Wednesday, September 12, 2018
Ninth Circuit Affirms Approval of Settlement in Class Action Over Labeling of Olive Oil
By a MetNews Staff Writer
Flippo Berio olive oil no longer proclaims “Imported From Italy” on the labels, under the settlement of a class action. The District Court’s approval of the settlement was affirmed yesterday by the Ninth U.S. Circuit Court of Appeals. The product is shipped from Italy but is not comprised of oil pressed in that nation.
The Ninth U.S. Circuit Court of Appeals yesterday rejected a class member’s challenge to the settlement of an action under which purchasers of Flippo Berio olive oil—which proclaimed on their labels, “Imported From Italy”—-will receive, subject to provisos, 50 cents for every bottle they purchased between May 23, 2010 and June 30, 2015.
The settlement came after two years of litigation and the production of about 30,000 pages of documents. According to the complaint filed by consumer Rohini Kumar on May 23, 2014 against the importer of the olive oil, Salov North America Corp and Italfoods, Inc.:
“[B]y stating ‘IMPORTED FROM ITALY’ Defendants lead consumers to believe that these Products are made from Italian olives or. at a minimum, are pressed in Italy. This is false and deceptive. In fact, none of the Mock Italian Products are made from olives grown in Italy. Nor are they pressed in Italy. Rather, the Mock Italian Products are made from oil pressed in many different countries, trucked or shipped to Italy, mixed with oil from other countries, bottled and then exported.”
Salov’s defense was that “imported” meant “shipped out of.”
Under the settlement, the defendant agreed to pay a minimum of $2 to any household where members bought from one to four bottles during the specified period, up to $5 per household for up to 10 purchases, with no proof of purchase necessary. Proof of payment was required for those claiming 50 cents per bottle where more than 10 bottles were bought.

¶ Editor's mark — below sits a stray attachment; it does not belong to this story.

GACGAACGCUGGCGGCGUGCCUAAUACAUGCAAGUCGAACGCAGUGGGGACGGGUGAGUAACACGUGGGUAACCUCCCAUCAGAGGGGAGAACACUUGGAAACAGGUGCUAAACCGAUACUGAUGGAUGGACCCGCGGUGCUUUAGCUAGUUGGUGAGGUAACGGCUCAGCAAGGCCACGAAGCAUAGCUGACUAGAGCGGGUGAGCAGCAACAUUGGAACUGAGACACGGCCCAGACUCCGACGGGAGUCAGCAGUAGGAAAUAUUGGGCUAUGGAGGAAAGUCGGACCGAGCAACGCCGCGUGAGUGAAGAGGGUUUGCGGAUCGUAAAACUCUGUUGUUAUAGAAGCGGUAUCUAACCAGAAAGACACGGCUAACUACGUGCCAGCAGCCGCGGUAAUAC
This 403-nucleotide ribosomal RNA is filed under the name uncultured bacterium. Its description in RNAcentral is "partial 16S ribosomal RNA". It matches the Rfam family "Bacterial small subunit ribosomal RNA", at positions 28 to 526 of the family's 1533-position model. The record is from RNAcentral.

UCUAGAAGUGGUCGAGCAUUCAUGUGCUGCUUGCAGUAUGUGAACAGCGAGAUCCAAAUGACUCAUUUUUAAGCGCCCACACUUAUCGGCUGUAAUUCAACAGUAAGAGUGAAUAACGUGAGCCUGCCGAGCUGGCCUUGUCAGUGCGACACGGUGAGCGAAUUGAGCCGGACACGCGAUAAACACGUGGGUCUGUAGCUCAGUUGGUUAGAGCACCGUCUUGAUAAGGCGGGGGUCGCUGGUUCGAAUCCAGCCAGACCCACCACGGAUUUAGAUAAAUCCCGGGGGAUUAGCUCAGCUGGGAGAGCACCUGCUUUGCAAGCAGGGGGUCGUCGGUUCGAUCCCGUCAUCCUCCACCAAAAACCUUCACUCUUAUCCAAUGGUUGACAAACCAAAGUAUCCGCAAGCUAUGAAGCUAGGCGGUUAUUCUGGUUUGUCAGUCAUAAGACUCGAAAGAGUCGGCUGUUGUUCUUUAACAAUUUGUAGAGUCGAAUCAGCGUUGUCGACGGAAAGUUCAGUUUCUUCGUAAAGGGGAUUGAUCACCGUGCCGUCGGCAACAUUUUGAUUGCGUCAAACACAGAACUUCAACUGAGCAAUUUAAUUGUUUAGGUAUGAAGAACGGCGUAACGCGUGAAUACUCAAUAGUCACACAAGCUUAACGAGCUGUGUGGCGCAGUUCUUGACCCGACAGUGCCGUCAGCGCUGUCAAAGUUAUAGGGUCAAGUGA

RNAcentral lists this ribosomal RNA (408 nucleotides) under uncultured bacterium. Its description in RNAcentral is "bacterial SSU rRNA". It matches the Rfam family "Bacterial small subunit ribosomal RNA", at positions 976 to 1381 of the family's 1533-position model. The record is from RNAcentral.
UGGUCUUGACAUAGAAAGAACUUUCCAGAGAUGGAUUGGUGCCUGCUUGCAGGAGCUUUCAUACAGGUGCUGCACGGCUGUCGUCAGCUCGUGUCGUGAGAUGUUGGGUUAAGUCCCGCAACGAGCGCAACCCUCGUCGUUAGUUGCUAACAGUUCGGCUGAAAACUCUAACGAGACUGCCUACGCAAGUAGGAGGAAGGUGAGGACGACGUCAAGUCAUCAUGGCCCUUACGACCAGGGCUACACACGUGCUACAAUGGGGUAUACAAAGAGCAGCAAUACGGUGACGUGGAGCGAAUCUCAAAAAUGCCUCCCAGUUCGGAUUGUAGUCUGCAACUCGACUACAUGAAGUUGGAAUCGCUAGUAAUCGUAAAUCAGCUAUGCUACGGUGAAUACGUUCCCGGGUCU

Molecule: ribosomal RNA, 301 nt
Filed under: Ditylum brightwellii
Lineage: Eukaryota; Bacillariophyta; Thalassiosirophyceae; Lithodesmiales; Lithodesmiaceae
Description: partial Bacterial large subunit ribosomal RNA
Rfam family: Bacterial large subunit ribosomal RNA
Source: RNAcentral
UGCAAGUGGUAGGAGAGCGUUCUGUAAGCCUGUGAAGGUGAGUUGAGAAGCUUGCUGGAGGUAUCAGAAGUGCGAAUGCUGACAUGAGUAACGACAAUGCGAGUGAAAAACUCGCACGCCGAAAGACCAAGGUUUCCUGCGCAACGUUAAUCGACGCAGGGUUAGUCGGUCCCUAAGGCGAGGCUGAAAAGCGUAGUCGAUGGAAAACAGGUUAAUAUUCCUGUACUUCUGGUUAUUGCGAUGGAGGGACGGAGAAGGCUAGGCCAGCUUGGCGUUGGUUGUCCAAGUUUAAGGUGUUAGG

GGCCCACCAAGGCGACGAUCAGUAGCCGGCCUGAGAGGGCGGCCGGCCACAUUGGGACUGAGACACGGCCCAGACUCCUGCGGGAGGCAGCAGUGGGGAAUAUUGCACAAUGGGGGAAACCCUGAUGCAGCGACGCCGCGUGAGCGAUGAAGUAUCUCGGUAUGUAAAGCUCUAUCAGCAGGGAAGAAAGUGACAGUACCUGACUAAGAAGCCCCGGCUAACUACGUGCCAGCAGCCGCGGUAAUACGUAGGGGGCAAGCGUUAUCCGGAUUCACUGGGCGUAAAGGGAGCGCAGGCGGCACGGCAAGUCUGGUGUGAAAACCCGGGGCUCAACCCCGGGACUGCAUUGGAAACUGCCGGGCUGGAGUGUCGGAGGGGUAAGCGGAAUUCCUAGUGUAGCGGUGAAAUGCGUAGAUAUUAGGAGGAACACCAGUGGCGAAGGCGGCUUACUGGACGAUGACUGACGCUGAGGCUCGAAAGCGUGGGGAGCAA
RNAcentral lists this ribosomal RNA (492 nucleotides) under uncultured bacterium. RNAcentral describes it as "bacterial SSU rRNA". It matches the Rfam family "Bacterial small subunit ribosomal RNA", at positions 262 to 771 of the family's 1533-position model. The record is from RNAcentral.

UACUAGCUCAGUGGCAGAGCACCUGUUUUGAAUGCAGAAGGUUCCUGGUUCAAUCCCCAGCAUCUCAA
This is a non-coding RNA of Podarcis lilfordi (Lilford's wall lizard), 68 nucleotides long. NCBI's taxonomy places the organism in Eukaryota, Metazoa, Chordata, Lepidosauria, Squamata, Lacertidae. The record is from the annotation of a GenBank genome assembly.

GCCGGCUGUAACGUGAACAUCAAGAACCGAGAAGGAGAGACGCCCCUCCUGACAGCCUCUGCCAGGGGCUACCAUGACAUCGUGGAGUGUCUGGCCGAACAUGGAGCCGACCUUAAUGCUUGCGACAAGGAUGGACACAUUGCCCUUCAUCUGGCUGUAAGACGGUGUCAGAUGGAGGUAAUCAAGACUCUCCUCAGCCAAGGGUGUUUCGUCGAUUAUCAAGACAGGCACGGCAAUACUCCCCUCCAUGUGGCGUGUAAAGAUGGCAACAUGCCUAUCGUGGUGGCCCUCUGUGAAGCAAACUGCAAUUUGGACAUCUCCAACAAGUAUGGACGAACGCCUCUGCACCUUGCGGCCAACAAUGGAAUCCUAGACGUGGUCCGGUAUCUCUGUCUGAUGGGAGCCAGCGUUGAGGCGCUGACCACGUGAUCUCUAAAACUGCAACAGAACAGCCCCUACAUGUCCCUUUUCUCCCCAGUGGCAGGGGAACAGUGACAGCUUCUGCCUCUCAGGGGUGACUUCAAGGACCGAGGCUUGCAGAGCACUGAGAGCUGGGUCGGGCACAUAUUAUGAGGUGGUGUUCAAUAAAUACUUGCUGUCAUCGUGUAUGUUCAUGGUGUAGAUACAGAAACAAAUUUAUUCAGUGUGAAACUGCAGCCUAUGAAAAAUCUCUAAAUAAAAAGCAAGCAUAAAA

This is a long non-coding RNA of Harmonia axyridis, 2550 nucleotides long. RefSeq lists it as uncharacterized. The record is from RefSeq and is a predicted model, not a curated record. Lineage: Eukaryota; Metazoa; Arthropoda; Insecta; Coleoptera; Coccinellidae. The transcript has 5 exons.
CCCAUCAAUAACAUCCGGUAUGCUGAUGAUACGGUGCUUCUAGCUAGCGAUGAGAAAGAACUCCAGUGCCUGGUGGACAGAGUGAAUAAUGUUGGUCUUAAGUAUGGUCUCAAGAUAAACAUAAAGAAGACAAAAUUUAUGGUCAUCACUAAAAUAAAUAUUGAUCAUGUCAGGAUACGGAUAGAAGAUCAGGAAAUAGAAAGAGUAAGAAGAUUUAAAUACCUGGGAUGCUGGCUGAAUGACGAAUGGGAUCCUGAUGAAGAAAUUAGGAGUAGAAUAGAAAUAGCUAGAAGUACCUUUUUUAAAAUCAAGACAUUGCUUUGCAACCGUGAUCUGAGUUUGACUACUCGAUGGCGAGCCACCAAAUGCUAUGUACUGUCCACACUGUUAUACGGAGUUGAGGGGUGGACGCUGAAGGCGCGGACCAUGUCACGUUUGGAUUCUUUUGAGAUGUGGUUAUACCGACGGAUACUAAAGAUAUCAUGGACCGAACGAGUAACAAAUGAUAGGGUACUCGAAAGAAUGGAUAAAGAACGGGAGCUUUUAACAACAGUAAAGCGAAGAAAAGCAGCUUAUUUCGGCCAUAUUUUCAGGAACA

The period for filing claims ended last year.
Injunctive relief was also part of the settlement. The stipulation provides:
“Defendant agrees not to use the phrases ‘Imported from Italy,’ ‘Made in Italy,’ ‘Product of Italy,’ or any other phrase on the label of a Product sold in the United States suggesting that olive oils in a Product originate from olives grown in Italy, and instead to use the designation ‘Imported’ on the front panel, until at least three years after the Effective Date, unless the Product so labeled is composed entirely of oil extracted in Italy from olives grown in Italy. Defendant is not required to remove or recall any Product that may remain in the marketplace that bears the designation ‘Imported from Italy.’ “
Yesterday’s Ninth Circuit decision arises from the protest of a non-participating class member, Theodore Frank, that the settlement was inadequate. In a memorandum decision, approval of the settlement by District Court Judge Yvonne Gonzalez Rogers of the Northern District of California was affirmed.
The opinion says:
“The district court considered the strength of the plaintiffs’ case and the risk involved with further litigation, noting that Salov North America Corp. had a legitimate defense and that this ‘was [not] the strongest case [she] ha[d] ever seen.’ The district court also noted that proceeding to trial would be costly given the need for expert testimony, and that the best potential outcome at trial would not exceed the recovery per bottle offered by the settlement. Further, the court recognized that the litigation was ‘hard fought’ and that class counsel reached an ‘excellent result’ for the class, including achieving the class’s non-monetary goal of ‘get[ting] the defendants to improve their practices.’ Because there is no ‘strong showing that the district court’s decision was a clear abuse of discretion,’ we affirm.”
The case is Frank v. Salov North America Corp., No. 17-16405.
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